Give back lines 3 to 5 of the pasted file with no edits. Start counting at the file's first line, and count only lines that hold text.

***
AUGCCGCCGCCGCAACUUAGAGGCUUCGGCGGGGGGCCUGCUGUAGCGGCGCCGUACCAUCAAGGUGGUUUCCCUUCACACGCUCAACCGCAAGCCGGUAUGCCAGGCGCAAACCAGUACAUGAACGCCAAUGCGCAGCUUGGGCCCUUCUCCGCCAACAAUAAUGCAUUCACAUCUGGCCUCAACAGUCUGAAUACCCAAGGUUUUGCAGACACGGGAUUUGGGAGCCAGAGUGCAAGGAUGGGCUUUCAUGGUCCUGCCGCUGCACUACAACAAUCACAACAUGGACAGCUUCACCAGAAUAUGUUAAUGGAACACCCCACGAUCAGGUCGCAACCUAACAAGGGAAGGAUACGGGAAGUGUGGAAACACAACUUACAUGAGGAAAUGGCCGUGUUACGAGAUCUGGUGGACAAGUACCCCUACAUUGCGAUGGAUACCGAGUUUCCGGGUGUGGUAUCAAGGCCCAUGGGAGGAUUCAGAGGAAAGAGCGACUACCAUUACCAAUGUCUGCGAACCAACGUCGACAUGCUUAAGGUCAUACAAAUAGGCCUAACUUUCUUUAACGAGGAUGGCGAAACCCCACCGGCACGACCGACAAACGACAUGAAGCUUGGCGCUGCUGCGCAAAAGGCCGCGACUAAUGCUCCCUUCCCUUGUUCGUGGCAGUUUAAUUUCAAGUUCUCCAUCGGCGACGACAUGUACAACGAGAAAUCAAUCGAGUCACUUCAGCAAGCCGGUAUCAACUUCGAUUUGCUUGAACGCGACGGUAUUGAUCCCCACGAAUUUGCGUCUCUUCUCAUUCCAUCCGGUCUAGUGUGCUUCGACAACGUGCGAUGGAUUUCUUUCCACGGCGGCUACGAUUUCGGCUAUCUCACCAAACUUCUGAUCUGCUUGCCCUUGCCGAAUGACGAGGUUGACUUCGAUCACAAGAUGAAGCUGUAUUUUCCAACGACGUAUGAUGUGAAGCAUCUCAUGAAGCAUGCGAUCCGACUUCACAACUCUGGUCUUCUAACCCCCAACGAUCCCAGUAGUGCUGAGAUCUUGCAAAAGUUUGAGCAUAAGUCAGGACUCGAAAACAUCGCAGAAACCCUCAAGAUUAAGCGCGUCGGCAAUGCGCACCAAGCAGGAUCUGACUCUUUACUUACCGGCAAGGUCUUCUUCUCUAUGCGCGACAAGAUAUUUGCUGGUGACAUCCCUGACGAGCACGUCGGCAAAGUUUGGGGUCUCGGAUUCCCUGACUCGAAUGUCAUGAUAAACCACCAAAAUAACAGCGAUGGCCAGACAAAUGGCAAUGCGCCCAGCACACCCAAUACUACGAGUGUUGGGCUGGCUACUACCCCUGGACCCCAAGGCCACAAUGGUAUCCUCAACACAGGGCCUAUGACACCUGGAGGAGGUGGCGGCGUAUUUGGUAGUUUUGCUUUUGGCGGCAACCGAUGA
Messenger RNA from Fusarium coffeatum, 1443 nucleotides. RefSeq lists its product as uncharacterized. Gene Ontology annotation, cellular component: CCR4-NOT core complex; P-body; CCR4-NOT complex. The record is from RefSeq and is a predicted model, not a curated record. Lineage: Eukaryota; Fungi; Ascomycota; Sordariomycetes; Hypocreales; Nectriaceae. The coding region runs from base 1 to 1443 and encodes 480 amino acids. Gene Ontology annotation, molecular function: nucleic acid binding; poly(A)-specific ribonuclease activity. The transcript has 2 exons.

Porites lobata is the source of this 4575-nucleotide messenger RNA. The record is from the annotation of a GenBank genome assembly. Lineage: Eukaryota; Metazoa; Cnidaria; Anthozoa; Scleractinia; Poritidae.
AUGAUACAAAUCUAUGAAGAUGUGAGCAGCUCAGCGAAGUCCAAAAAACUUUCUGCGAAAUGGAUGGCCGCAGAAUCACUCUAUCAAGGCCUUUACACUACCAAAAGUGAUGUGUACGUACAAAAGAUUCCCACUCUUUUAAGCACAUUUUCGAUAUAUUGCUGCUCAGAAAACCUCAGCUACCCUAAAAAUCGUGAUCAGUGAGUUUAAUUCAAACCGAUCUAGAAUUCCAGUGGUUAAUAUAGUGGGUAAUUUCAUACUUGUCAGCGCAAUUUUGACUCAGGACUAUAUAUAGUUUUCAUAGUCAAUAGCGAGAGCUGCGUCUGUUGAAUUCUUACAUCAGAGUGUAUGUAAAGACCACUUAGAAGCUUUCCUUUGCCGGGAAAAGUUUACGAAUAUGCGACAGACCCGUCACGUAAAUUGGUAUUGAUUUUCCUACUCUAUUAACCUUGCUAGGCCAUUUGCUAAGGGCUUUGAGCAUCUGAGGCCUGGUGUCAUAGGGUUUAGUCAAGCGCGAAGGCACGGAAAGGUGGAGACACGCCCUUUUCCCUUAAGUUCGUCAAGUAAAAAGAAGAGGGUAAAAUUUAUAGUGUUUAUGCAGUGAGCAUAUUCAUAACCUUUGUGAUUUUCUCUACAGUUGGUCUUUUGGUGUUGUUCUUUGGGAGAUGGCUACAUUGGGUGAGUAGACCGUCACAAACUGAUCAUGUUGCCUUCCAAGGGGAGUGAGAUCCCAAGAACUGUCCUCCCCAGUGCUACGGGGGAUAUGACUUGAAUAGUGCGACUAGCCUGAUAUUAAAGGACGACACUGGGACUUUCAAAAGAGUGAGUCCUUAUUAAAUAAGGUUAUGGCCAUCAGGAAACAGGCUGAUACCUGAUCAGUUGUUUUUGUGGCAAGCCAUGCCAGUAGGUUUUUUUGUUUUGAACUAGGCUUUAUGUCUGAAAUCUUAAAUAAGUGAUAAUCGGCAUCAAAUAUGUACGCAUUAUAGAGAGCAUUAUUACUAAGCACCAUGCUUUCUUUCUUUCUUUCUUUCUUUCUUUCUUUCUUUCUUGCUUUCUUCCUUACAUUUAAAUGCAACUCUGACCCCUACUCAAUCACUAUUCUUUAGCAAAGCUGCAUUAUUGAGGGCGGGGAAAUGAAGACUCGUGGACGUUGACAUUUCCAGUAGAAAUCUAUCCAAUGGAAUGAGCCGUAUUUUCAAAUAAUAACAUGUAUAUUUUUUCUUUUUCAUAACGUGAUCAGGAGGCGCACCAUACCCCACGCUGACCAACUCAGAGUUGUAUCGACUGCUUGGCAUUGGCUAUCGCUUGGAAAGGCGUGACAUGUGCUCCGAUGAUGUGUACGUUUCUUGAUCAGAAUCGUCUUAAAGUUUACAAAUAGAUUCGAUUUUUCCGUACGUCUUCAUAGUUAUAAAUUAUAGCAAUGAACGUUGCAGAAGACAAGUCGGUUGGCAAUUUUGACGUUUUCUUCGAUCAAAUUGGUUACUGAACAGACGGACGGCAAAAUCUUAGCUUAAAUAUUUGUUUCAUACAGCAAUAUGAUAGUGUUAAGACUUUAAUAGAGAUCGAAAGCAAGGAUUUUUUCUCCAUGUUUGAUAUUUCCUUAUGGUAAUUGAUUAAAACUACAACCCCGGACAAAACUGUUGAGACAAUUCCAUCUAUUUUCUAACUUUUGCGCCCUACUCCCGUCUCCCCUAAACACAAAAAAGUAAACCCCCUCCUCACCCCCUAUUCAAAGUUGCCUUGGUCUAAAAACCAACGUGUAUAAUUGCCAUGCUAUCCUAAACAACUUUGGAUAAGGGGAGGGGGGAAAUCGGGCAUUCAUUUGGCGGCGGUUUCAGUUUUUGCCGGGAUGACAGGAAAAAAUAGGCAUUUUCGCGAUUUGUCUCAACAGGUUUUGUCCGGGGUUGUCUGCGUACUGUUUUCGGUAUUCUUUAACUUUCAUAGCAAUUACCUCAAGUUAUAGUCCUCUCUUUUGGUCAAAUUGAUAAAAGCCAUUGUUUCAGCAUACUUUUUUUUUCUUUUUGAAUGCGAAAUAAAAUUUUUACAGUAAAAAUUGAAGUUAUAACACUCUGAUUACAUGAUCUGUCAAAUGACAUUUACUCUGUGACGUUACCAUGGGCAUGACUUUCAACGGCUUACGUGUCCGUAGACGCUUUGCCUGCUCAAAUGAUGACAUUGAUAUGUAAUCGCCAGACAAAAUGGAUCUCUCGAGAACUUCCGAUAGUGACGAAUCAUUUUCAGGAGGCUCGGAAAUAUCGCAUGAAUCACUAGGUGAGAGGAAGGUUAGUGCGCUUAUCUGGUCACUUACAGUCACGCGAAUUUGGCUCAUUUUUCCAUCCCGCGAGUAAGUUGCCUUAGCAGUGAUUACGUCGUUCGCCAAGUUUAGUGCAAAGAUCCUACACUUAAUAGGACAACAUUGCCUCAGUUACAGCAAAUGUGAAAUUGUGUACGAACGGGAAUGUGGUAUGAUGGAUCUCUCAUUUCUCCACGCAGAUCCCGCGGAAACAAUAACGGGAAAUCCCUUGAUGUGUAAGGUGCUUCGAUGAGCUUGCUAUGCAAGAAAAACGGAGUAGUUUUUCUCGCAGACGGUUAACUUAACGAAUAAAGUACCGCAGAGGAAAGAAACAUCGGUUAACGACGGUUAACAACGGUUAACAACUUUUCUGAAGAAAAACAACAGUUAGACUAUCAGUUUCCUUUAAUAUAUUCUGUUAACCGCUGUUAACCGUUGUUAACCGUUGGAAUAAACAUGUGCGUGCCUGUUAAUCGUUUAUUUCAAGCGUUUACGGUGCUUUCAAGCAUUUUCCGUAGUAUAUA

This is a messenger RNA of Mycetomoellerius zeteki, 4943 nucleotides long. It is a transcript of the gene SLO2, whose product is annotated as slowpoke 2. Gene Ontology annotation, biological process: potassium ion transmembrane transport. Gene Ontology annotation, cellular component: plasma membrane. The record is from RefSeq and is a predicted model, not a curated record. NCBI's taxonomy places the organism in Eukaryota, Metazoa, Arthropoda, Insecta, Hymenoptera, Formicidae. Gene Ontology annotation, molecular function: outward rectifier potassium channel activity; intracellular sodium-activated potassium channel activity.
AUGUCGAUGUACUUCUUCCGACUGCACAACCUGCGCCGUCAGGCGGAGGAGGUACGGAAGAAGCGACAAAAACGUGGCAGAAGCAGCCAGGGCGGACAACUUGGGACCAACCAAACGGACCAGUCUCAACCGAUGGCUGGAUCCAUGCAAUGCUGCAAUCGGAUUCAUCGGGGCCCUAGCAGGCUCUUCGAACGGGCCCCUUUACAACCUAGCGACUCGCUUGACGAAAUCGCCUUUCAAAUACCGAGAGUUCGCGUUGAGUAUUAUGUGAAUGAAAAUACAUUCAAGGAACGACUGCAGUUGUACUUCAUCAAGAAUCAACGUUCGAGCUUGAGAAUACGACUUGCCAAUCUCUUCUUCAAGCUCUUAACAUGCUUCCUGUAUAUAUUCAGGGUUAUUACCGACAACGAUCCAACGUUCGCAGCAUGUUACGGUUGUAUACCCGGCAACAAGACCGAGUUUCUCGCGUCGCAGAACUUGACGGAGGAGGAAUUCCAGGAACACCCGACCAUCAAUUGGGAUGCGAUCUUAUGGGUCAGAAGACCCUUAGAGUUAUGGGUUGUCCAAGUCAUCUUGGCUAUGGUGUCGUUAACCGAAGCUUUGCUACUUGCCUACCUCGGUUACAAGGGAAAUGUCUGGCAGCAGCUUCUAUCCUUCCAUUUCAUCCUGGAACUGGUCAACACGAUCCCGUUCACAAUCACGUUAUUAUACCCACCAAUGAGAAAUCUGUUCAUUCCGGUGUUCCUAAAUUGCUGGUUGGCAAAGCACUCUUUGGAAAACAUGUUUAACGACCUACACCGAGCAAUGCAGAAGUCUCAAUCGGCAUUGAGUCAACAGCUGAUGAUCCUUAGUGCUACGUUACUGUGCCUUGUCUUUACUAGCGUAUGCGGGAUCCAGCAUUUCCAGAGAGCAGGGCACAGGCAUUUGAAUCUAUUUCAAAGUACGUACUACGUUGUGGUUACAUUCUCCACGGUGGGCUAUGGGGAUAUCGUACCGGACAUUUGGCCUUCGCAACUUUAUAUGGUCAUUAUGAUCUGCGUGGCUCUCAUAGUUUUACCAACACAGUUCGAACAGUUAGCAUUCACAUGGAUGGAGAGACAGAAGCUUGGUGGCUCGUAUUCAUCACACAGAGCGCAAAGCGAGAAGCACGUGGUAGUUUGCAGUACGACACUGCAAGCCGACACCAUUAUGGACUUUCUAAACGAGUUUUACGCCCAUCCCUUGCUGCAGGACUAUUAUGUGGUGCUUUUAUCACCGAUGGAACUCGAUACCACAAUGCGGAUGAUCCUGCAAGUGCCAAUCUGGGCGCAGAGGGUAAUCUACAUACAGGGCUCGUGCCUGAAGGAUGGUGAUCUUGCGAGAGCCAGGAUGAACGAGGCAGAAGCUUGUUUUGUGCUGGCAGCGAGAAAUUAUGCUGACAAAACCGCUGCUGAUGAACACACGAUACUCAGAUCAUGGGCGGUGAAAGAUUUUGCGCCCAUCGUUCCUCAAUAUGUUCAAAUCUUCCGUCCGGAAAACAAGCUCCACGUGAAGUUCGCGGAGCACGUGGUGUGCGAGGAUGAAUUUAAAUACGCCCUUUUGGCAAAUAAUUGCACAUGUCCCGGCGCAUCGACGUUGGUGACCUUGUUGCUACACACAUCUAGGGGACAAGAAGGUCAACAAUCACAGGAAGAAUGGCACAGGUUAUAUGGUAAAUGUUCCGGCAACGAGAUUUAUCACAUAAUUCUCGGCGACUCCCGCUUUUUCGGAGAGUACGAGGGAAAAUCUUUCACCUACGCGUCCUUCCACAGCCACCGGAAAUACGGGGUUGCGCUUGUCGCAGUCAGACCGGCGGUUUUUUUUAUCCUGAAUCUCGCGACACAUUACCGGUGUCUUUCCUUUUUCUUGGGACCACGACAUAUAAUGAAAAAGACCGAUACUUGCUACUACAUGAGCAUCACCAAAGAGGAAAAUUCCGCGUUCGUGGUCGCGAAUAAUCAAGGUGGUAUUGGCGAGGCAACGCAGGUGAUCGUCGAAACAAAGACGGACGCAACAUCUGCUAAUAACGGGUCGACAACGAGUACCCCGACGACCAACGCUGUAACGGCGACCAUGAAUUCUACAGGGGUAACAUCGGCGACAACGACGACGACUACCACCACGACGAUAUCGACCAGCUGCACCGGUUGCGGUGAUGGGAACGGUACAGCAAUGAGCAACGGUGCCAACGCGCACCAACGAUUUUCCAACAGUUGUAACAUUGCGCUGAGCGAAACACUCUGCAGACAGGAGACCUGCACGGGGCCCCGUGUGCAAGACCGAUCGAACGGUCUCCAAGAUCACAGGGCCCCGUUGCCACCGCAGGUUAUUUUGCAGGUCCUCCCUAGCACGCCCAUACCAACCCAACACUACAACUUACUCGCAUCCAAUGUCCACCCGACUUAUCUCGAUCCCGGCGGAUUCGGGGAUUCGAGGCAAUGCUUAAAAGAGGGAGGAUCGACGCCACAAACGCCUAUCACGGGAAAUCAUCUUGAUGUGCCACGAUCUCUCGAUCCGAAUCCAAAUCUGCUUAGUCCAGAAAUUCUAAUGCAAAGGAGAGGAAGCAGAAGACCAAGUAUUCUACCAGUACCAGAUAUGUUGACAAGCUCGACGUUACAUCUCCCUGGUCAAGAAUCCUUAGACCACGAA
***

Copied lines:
Porites lobata is the source of this 4575-nucleotide messenger RNA. The record is from the annotation of a GenBank genome assembly. Lineage: Eukaryota; Metazoa; Cnidaria; Anthozoa; Scleractinia; Poritidae.
AUGAUACAAAUCUAUGAAGAUGUGAGCAGCUCAGCGAAGUCCAAAAAACUUUCUGCGAAAUGGAUGGCCGCAGAAUCACUCUAUCAAGGCCUUUACACUACCAAAAGUGAUGUGUACGUACAAAAGAUUCCCACUCUUUUAAGCACAUUUUCGAUAUAUUGCUGCUCAGAAAACCUCAGCUACCCUAAAAAUCGUGAUCAGUGAGUUUAAUUCAAACCGAUCUAGAAUUCCAGUGGUUAAUAUAGUGGGUAAUUUCAUACUUGUCAGCGCAAUUUUGACUCAGGACUAUAUAUAGUUUUCAUAGUCAAUAGCGAGAGCUGCGUCUGUUGAAUUCUUACAUCAGAGUGUAUGUAAAGACCACUUAGAAGCUUUCCUUUGCCGGGAAAAGUUUACGAAUAUGCGACAGACCCGUCACGUAAAUUGGUAUUGAUUUUCCUACUCUAUUAACCUUGCUAGGCCAUUUGCUAAGGGCUUUGAGCAUCUGAGGCCUGGUGUCAUAGGGUUUAGUCAAGCGCGAAGGCACGGAAAGGUGGAGACACGCCCUUUUCCCUUAAGUUCGUCAAGUAAAAAGAAGAGGGUAAAAUUUAUAGUGUUUAUGCAGUGAGCAUAUUCAUAACCUUUGUGAUUUUCUCUACAGUUGGUCUUUUGGUGUUGUUCUUUGGGAGAUGGCUACAUUGGGUGAGUAGACCGUCACAAACUGAUCAUGUUGCCUUCCAAGGGGAGUGAGAUCCCAAGAACUGUCCUCCCCAGUGCUACGGGGGAUAUGACUUGAAUAGUGCGACUAGCCUGAUAUUAAAGGACGACACUGGGACUUUCAAAAGAGUGAGUCCUUAUUAAAUAAGGUUAUGGCCAUCAGGAAACAGGCUGAUACCUGAUCAGUUGUUUUUGUGGCAAGCCAUGCCAGUAGGUUUUUUUGUUUUGAACUAGGCUUUAUGUCUGAAAUCUUAAAUAAGUGAUAAUCGGCAUCAAAUAUGUACGCAUUAUAGAGAGCAUUAUUACUAAGCACCAUGCUUUCUUUCUUUCUUUCUUUCUUUCUUUCUUUCUUUCUUGCUUUCUUCCUUACAUUUAAAUGCAACUCUGACCCCUACUCAAUCACUAUUCUUUAGCAAAGCUGCAUUAUUGAGGGCGGGGAAAUGAAGACUCGUGGACGUUGACAUUUCCAGUAGAAAUCUAUCCAAUGGAAUGAGCCGUAUUUUCAAAUAAUAACAUGUAUAUUUUUUCUUUUUCAUAACGUGAUCAGGAGGCGCACCAUACCCCACGCUGACCAACUCAGAGUUGUAUCGACUGCUUGGCAUUGGCUAUCGCUUGGAAAGGCGUGACAUGUGCUCCGAUGAUGUGUACGUUUCUUGAUCAGAAUCGUCUUAAAGUUUACAAAUAGAUUCGAUUUUUCCGUACGUCUUCAUAGUUAUAAAUUAUAGCAAUGAACGUUGCAGAAGACAAGUCGGUUGGCAAUUUUGACGUUUUCUUCGAUCAAAUUGGUUACUGAACAGACGGACGGCAAAAUCUUAGCUUAAAUAUUUGUUUCAUACAGCAAUAUGAUAGUGUUAAGACUUUAAUAGAGAUCGAAAGCAAGGAUUUUUUCUCCAUGUUUGAUAUUUCCUUAUGGUAAUUGAUUAAAACUACAACCCCGGACAAAACUGUUGAGACAAUUCCAUCUAUUUUCUAACUUUUGCGCCCUACUCCCGUCUCCCCUAAACACAAAAAAGUAAACCCCCUCCUCACCCCCUAUUCAAAGUUGCCUUGGUCUAAAAACCAACGUGUAUAAUUGCCAUGCUAUCCUAAACAACUUUGGAUAAGGGGAGGGGGGAAAUCGGGCAUUCAUUUGGCGGCGGUUUCAGUUUUUGCCGGGAUGACAGGAAAAAAUAGGCAUUUUCGCGAUUUGUCUCAACAGGUUUUGUCCGGGGUUGUCUGCGUACUGUUUUCGGUAUUCUUUAACUUUCAUAGCAAUUACCUCAAGUUAUAGUCCUCUCUUUUGGUCAAAUUGAUAAAAGCCAUUGUUUCAGCAUACUUUUUUUUUCUUUUUGAAUGCGAAAUAAAAUUUUUACAGUAAAAAUUGAAGUUAUAACACUCUGAUUACAUGAUCUGUCAAAUGACAUUUACUCUGUGACGUUACCAUGGGCAUGACUUUCAACGGCUUACGUGUCCGUAGACGCUUUGCCUGCUCAAAUGAUGACAUUGAUAUGUAAUCGCCAGACAAAAUGGAUCUCUCGAGAACUUCCGAUAGUGACGAAUCAUUUUCAGGAGGCUCGGAAAUAUCGCAUGAAUCACUAGGUGAGAGGAAGGUUAGUGCGCUUAUCUGGUCACUUACAGUCACGCGAAUUUGGCUCAUUUUUCCAUCCCGCGAGUAAGUUGCCUUAGCAGUGAUUACGUCGUUCGCCAAGUUUAGUGCAAAGAUCCUACACUUAAUAGGACAACAUUGCCUCAGUUACAGCAAAUGUGAAAUUGUGUACGAACGGGAAUGUGGUAUGAUGGAUCUCUCAUUUCUCCACGCAGAUCCCGCGGAAACAAUAACGGGAAAUCCCUUGAUGUGUAAGGUGCUUCGAUGAGCUUGCUAUGCAAGAAAAACGGAGUAGUUUUUCUCGCAGACGGUUAACUUAACGAAUAAAGUACCGCAGAGGAAAGAAACAUCGGUUAACGACGGUUAACAACGGUUAACAACUUUUCUGAAGAAAAACAACAGUUAGACUAUCAGUUUCCUUUAAUAUAUUCUGUUAACCGCUGUUAACCGUUGUUAACCGUUGGAAUAAACAUGUGCGUGCCUGUUAAUCGUUUAUUUCAAGCGUUUACGGUGCUUUCAAGCAUUUUCCGUAGUAUAUA

This is a messenger RNA of Mycetomoellerius zeteki, 4943 nucleotides long. It is a transcript of the gene SLO2, whose product is annotated as slowpoke 2. Gene Ontology annotation, biological process: potassium ion transmembrane transport. Gene Ontology annotation, cellular component: plasma membrane. The record is from RefSeq and is a predicted model, not a curated record. NCBI's taxonomy places the organism in Eukaryota, Metazoa, Arthropoda, Insecta, Hymenoptera, Formicidae. Gene Ontology annotation, molecular function: outward rectifier potassium channel activity; intracellular sodium-activated potassium channel activity.